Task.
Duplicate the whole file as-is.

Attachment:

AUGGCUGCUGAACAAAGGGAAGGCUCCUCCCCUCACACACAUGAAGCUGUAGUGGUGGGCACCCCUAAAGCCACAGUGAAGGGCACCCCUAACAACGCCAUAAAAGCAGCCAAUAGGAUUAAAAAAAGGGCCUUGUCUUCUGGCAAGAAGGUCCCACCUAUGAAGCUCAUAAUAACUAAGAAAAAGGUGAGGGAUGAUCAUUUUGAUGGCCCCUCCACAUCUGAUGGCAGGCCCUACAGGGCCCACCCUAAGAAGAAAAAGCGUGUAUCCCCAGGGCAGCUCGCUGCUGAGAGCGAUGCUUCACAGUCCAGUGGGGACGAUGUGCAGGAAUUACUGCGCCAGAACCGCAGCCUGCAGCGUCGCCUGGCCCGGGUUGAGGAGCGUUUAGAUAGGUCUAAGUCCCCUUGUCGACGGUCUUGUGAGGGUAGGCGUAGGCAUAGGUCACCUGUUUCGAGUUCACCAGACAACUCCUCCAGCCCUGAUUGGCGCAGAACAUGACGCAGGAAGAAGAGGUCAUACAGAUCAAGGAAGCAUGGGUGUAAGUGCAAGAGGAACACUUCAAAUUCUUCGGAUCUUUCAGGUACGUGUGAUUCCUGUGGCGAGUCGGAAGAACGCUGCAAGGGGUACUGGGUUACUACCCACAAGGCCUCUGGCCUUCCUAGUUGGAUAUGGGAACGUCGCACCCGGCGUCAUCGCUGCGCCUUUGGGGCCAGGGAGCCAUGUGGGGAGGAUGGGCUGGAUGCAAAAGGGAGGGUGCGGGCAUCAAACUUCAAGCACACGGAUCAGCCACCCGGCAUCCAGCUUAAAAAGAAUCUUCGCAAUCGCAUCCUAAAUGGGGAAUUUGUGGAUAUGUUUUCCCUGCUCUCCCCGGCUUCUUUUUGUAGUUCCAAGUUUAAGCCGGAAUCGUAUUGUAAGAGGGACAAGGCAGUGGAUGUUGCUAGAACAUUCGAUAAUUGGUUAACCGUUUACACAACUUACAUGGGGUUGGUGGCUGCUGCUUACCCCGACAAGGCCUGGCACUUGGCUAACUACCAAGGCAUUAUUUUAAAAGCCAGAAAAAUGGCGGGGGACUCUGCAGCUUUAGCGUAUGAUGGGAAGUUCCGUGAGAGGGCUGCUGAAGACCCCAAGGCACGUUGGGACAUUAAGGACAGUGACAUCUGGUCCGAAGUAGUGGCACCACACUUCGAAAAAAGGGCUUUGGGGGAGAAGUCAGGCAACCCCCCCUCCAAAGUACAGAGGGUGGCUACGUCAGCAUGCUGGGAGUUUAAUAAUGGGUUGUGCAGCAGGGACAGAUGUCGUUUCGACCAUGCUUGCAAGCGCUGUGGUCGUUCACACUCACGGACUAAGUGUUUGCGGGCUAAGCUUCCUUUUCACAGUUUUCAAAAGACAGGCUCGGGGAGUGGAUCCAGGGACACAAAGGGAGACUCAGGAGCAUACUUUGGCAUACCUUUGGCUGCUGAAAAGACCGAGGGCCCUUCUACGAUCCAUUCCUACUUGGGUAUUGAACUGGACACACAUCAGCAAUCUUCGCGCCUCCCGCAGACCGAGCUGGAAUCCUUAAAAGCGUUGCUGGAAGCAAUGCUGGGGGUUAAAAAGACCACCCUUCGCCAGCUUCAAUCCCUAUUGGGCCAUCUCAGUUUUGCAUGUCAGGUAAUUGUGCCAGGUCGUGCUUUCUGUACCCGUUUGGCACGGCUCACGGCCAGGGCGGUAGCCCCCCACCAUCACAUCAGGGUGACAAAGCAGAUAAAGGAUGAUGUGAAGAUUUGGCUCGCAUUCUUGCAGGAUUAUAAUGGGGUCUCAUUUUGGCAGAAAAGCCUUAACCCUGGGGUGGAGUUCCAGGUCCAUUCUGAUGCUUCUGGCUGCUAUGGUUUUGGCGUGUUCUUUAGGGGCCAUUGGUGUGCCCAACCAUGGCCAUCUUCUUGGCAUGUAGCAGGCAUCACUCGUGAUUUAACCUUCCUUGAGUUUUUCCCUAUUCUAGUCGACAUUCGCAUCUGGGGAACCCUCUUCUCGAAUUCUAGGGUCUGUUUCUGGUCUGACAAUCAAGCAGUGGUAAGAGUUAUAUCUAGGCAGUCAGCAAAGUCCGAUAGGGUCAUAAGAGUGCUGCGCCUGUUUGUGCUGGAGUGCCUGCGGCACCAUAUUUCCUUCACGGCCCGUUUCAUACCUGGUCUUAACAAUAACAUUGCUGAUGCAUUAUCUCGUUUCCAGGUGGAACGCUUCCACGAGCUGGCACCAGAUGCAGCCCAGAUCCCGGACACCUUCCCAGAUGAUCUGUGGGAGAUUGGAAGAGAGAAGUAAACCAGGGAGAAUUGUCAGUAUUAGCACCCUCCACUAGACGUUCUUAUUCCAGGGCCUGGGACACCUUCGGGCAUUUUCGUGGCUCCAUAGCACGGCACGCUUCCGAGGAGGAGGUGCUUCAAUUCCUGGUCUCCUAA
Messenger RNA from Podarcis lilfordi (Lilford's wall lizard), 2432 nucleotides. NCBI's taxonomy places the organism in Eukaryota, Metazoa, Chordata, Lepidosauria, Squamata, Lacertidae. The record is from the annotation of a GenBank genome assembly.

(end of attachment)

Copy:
AUGGCUGCUGAACAAAGGGAAGGCUCCUCCCCUCACACACAUGAAGCUGUAGUGGUGGGCACCCCUAAAGCCACAGUGAAGGGCACCCCUAACAACGCCAUAAAAGCAGCCAAUAGGAUUAAAAAAAGGGCCUUGUCUUCUGGCAAGAAGGUCCCACCUAUGAAGCUCAUAAUAACUAAGAAAAAGGUGAGGGAUGAUCAUUUUGAUGGCCCCUCCACAUCUGAUGGCAGGCCCUACAGGGCCCACCCUAAGAAGAAAAAGCGUGUAUCCCCAGGGCAGCUCGCUGCUGAGAGCGAUGCUUCACAGUCCAGUGGGGACGAUGUGCAGGAAUUACUGCGCCAGAACCGCAGCCUGCAGCGUCGCCUGGCCCGGGUUGAGGAGCGUUUAGAUAGGUCUAAGUCCCCUUGUCGACGGUCUUGUGAGGGUAGGCGUAGGCAUAGGUCACCUGUUUCGAGUUCACCAGACAACUCCUCCAGCCCUGAUUGGCGCAGAACAUGACGCAGGAAGAAGAGGUCAUACAGAUCAAGGAAGCAUGGGUGUAAGUGCAAGAGGAACACUUCAAAUUCUUCGGAUCUUUCAGGUACGUGUGAUUCCUGUGGCGAGUCGGAAGAACGCUGCAAGGGGUACUGGGUUACUACCCACAAGGCCUCUGGCCUUCCUAGUUGGAUAUGGGAACGUCGCACCCGGCGUCAUCGCUGCGCCUUUGGGGCCAGGGAGCCAUGUGGGGAGGAUGGGCUGGAUGCAAAAGGGAGGGUGCGGGCAUCAAACUUCAAGCACACGGAUCAGCCACCCGGCAUCCAGCUUAAAAAGAAUCUUCGCAAUCGCAUCCUAAAUGGGGAAUUUGUGGAUAUGUUUUCCCUGCUCUCCCCGGCUUCUUUUUGUAGUUCCAAGUUUAAGCCGGAAUCGUAUUGUAAGAGGGACAAGGCAGUGGAUGUUGCUAGAACAUUCGAUAAUUGGUUAACCGUUUACACAACUUACAUGGGGUUGGUGGCUGCUGCUUACCCCGACAAGGCCUGGCACUUGGCUAACUACCAAGGCAUUAUUUUAAAAGCCAGAAAAAUGGCGGGGGACUCUGCAGCUUUAGCGUAUGAUGGGAAGUUCCGUGAGAGGGCUGCUGAAGACCCCAAGGCACGUUGGGACAUUAAGGACAGUGACAUCUGGUCCGAAGUAGUGGCACCACACUUCGAAAAAAGGGCUUUGGGGGAGAAGUCAGGCAACCCCCCCUCCAAAGUACAGAGGGUGGCUACGUCAGCAUGCUGGGAGUUUAAUAAUGGGUUGUGCAGCAGGGACAGAUGUCGUUUCGACCAUGCUUGCAAGCGCUGUGGUCGUUCACACUCACGGACUAAGUGUUUGCGGGCUAAGCUUCCUUUUCACAGUUUUCAAAAGACAGGCUCGGGGAGUGGAUCCAGGGACACAAAGGGAGACUCAGGAGCAUACUUUGGCAUACCUUUGGCUGCUGAAAAGACCGAGGGCCCUUCUACGAUCCAUUCCUACUUGGGUAUUGAACUGGACACACAUCAGCAAUCUUCGCGCCUCCCGCAGACCGAGCUGGAAUCCUUAAAAGCGUUGCUGGAAGCAAUGCUGGGGGUUAAAAAGACCACCCUUCGCCAGCUUCAAUCCCUAUUGGGCCAUCUCAGUUUUGCAUGUCAGGUAAUUGUGCCAGGUCGUGCUUUCUGUACCCGUUUGGCACGGCUCACGGCCAGGGCGGUAGCCCCCCACCAUCACAUCAGGGUGACAAAGCAGAUAAAGGAUGAUGUGAAGAUUUGGCUCGCAUUCUUGCAGGAUUAUAAUGGGGUCUCAUUUUGGCAGAAAAGCCUUAACCCUGGGGUGGAGUUCCAGGUCCAUUCUGAUGCUUCUGGCUGCUAUGGUUUUGGCGUGUUCUUUAGGGGCCAUUGGUGUGCCCAACCAUGGCCAUCUUCUUGGCAUGUAGCAGGCAUCACUCGUGAUUUAACCUUCCUUGAGUUUUUCCCUAUUCUAGUCGACAUUCGCAUCUGGGGAACCCUCUUCUCGAAUUCUAGGGUCUGUUUCUGGUCUGACAAUCAAGCAGUGGUAAGAGUUAUAUCUAGGCAGUCAGCAAAGUCCGAUAGGGUCAUAAGAGUGCUGCGCCUGUUUGUGCUGGAGUGCCUGCGGCACCAUAUUUCCUUCACGGCCCGUUUCAUACCUGGUCUUAACAAUAACAUUGCUGAUGCAUUAUCUCGUUUCCAGGUGGAACGCUUCCACGAGCUGGCACCAGAUGCAGCCCAGAUCCCGGACACCUUCCCAGAUGAUCUGUGGGAGAUUGGAAGAGAGAAGUAAACCAGGGAGAAUUGUCAGUAUUAGCACCCUCCACUAGACGUUCUUAUUCCAGGGCCUGGGACACCUUCGGGCAUUUUCGUGGCUCCAUAGCACGGCACGCUUCCGAGGAGGAGGUGCUUCAAUUCCUGGUCUCCUAA
Messenger RNA from Podarcis lilfordi (Lilford's wall lizard), 2432 nucleotides. NCBI's taxonomy places the organism in Eukaryota, Metazoa, Chordata, Lepidosauria, Squamata, Lacertidae. The record is from the annotation of a GenBank genome assembly.